Winnipeg Free Press - PRINT EDITION

Humour carries thread of affection as characters reach 40

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Only two things evoke laughter: familiarity and surprise.

Judd Apatow's 2007 film Knocked Up was largely an exercise in surprise, detailing how a one-night stand between a career-oriented woman and a slacker guy becomes a transformative experience when she becomes pregnant.

This sort-of sequel puts the focus on a pair of peripheral characters from Knocked Up: Pete and Debbie (Paul Rudd and Leslie Mann), a married couple with two daughters. Befitting the more common experiences of love, marriage and planned pregnancy (more or less), it is a comedy of the familiar.

Make that sort of familiar. The milieu is contemporary Los Angeles, so expect a backdrop of sex, drugs and rock 'n' roll. The film actually opens with an argument about the first two items in that inventory. While in flagrante, Pete shares the fact that he popped a Viagra, a deal-breaking mood killer for Debbie, who doesn't want to hear Pete needs any pharmaceutical help as she approaches her 40th birthday.

Pete is turning 40 too, a milestone he approaches with anxiety. He is the head of an independent record label struggling with the near-irrelevancy of the record business, especially as pertaining to his championing of over-the-hill alt-rockers such as Graham Parker (who plays himself). Financially, he is silently bearing the breadwinner burden of one who may have to sell his house to stay solvent.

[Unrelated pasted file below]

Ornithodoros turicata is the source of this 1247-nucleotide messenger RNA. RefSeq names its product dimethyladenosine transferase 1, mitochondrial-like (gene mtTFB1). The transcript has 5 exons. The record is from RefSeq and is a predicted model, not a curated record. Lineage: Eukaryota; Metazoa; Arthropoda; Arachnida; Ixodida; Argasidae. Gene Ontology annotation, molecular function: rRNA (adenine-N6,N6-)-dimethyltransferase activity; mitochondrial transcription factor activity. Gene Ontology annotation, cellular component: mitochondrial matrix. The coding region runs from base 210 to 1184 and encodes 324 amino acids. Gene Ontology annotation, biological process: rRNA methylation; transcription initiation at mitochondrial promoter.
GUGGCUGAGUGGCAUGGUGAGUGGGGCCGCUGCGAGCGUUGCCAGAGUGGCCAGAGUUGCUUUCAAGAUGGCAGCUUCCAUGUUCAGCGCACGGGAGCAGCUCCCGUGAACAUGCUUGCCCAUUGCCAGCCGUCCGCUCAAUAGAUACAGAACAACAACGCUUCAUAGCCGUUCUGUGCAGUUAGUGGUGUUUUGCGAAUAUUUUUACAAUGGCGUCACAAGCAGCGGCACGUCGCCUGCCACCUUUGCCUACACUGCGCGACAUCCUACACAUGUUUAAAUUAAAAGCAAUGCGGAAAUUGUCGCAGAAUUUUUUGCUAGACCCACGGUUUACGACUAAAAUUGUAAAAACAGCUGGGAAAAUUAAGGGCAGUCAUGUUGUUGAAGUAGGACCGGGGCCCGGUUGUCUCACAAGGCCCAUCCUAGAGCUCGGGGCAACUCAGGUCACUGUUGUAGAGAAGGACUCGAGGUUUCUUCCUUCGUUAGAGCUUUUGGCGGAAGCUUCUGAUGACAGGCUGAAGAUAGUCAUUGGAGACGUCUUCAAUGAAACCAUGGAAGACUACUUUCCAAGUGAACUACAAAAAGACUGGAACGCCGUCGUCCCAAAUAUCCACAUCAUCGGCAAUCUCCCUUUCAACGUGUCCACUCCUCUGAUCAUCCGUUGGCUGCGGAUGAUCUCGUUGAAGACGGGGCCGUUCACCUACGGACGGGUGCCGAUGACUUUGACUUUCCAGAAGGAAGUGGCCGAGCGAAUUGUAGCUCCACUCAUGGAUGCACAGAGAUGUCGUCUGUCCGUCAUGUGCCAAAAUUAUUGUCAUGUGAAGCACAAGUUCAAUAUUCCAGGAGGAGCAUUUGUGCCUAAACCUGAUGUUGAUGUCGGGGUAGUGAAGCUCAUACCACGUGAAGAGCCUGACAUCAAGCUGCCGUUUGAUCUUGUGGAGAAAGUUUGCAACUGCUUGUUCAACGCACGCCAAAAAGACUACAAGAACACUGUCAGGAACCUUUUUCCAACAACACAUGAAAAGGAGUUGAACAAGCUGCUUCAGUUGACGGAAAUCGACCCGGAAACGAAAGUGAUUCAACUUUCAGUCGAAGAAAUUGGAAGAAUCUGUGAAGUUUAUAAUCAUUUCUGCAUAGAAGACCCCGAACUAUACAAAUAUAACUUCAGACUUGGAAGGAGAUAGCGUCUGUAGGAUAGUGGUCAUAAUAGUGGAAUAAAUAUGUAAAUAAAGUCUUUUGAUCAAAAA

Not helping, Pete's dad (Albert Brooks) reverses the roles of traditional parent-child moochery. Dad borrows money from Pete to help raise the young triplets he sired with a second wife.

Debbie runs a trendy clothing boutique, but she, too, is encountering some financial worries on her end. One of her two employees (Megan Fox and Charlyne Yi) is stealing from the till. The ridiculously hot one (Fox) is presumed guilty.

If Knocked Up got its laughs cataloguing bad male behaviour, This Is 40 is largely observational about travails of marriage coupled with the indignities of middle age, especially in a medical montage in which Pete and Debbie suffer through his-and-her checkups. She reacts to a mammogram as a medieval torture device; he is equally disturbed by the prostate exam and his doctor's breath on the back of his neck.

The ebb and flow of the relationship doesn't follow any particular rom-com plot. This is character comedy, and while it goes on too long and occasionally strays, it does benefit from a couple of strong comic performances from actors who have never been content to look pretty.

Rudd, good-looking and charming, has an admirable willingness to venture into absurdity: He's like a strange cross-pollination of Cary Grant and Harpo Marx.

Mann is an Apatow veteran of a different stripe: she's married to the director. So one must assume her character is in some ways a reflection of her own personality, and Mann bravely doubles down in her portrayal of a parent: her two daughters, Maude and Iris, are her own two daughters.